updated 06/20/1994 AT 01:00 AM EDT
•originally published 06/20/1994 AT 01:00 AM EDT
Right now, in their two-bedroom apartment on Manhattan's Upper West Side, Knight and Hickland are unwinding from their week of 12-hour days at ABC, where their respective soaps are taped across the hall from each other. A chihuahua snores on the couch, two cats doze on a nearby chair and a third licks water out of a glass on the table. "An ideal family unit," Knight says, hoisting yet another fat feline that has appeared at his feet. "Don't think he's burned a calorie since we got him. Look at the size of him."
Despite the clutter of pets, Hickland and Knight hope to increase the number of their dependents one day. "We're doing everything we can to start a family," says the blue-eyed, blond actress. "She wants one or two kids, I want three or four," responds the boyishly handsome Knight. "I don't have time," she says with a sigh, referring to her age.
Hickland, who says she's "the kind of person who gets excited about everything," learned the hard way to appreciate every moment. She grew up in Fort Lauderdale the youngest of three children born to Arthur Hickland, a dentist, and his wife, Mary. (Their divorce when she was only 5 left her scarred for years, she says. "You think it was something you did. My self-esteem wasn't the best.") After a year of college and six months as a National Airlines flight attendant (where she was tapped to play one of the airline's Fly Me girls in TV commercials), Hickland moved to Hollywood in 1979 to try an acting career. Casting directors recommended that she lose a few pounds, and she did, inadvertently, thanks to a bout of pneumonia. "Being thin felt so good," says Hickland, who landed a part on the short-lived soap, Texas, but then she began sinking into anorexia. Before long, "I became deathly thin—89 lbs.," she says. Finally, after three years, she turned to private therapy, but although she now weighs a relatively robust 110 lbs., food, she says, "is still an issue I have to deal with."
Her two previous marriages, however, she has left far behind. The first, in 1981, to a high school sweetheart, lasted a mere three months. The second, to actor David Hasselhoff in 1984, didn't survive the celebrity trappings that followed his success as TV's Knight Rider. "The relationship was no longer just us," she says. "There were managers, press agents, secretaries." In 1989, after three successive blows—their divorce, the cancellation of her second soap, Capitol, and the death of her father from a massive heart attack—Hickland made a thriller with Chuck Connors in Italy, then stayed on for two years, hoping to get her personal life on track. It was there, where she learned the language (and the cuisine), says Hickland, "that I found myself."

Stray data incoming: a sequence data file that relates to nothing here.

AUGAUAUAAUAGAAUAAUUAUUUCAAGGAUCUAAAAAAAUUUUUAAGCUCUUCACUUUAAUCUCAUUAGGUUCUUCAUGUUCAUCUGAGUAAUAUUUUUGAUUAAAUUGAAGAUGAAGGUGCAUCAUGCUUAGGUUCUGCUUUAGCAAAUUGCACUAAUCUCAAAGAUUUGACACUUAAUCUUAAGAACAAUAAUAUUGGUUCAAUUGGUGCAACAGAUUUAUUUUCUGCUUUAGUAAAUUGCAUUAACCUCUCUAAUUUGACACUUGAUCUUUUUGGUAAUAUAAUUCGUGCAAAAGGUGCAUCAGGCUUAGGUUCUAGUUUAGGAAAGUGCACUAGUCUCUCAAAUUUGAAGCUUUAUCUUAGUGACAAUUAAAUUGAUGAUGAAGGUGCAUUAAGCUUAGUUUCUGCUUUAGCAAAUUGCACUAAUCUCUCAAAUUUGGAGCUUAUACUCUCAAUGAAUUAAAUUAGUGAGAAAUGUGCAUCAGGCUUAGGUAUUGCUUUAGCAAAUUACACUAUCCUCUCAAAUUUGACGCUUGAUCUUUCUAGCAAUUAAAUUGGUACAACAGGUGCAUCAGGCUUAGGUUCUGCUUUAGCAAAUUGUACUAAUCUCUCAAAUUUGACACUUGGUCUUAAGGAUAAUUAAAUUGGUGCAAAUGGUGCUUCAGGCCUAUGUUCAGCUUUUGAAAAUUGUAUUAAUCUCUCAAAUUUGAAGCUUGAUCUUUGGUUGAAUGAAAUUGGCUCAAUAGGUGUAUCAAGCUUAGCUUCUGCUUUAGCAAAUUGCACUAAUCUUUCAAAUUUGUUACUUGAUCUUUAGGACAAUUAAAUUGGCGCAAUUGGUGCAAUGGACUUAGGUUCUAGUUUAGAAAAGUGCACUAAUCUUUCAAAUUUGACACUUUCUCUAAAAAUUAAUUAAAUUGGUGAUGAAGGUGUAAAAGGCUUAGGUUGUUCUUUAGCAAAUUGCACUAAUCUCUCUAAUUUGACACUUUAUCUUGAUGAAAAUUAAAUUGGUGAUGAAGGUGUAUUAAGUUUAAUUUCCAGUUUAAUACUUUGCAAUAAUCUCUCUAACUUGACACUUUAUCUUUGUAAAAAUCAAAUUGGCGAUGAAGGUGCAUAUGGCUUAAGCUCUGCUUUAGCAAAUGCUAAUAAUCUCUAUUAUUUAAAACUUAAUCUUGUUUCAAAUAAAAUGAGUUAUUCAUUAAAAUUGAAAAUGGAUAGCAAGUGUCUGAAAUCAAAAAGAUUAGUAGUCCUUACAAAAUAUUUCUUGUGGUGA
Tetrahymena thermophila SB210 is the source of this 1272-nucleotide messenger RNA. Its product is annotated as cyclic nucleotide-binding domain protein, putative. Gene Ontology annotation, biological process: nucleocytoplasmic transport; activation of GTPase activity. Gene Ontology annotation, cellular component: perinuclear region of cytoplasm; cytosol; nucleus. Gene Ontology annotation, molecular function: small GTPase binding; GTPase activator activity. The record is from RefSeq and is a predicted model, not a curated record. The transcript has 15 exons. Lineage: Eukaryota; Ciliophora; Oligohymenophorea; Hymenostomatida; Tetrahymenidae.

The Princeton, N.J.-born Knight hasn't had to search nearly as far. The second of three sons of Louis Knight, an English teacher, and his wife, Helen, he was cast, at 23, as All My Children's Tad the Cad a year after graduating from Wesleyan University in Connecticut. By 1991 he had quit AMC twice and moved to L.A. twice, hoping to find movie stardom (which—twice—he did not). A friend invited him to a 35th-birthday party that Hickland, just back from Italy, was throwing for herself. Meeting her that night was "like falling in clover," says Knight, who confesses to having dated "a girl a night" in his early days of soap-opera fame.
Between acting classes, the two developed a relationship, says Knight, who eventually proposed on Hickland's 36th birthday. "A lot of it comes down to the ease with which you spend time together," Knight says. And she, he adds, had become "a dear friend of mine with whom it was so easy." They wed in Malibu on June 27, 1992, and moved back to New York City, where he rejoined AMC (Tad showed up with a case of amnesia) and, soon after, she was cast as bad-girl Tess Wilder on Loving.
Now, besides her daytime TV chores, Hickland has been taking voice lessons three times a week and says "the biggest dream of my life" is to one day sing in Phantom of the Opera—which she has seen 16 times. Knight, twice burned in Hollywood, says he's happy enough in the TV role that has become his meal ticket. "I don't know who said it," he observes, "but it's very true that life is what happens while you're making other plans." Still, he adds wistfully, there is one challenge he would some day like to meet. Says the veteran soap star: "I wish I could act in a story that would finally just end."
TOBY KAHN in New York City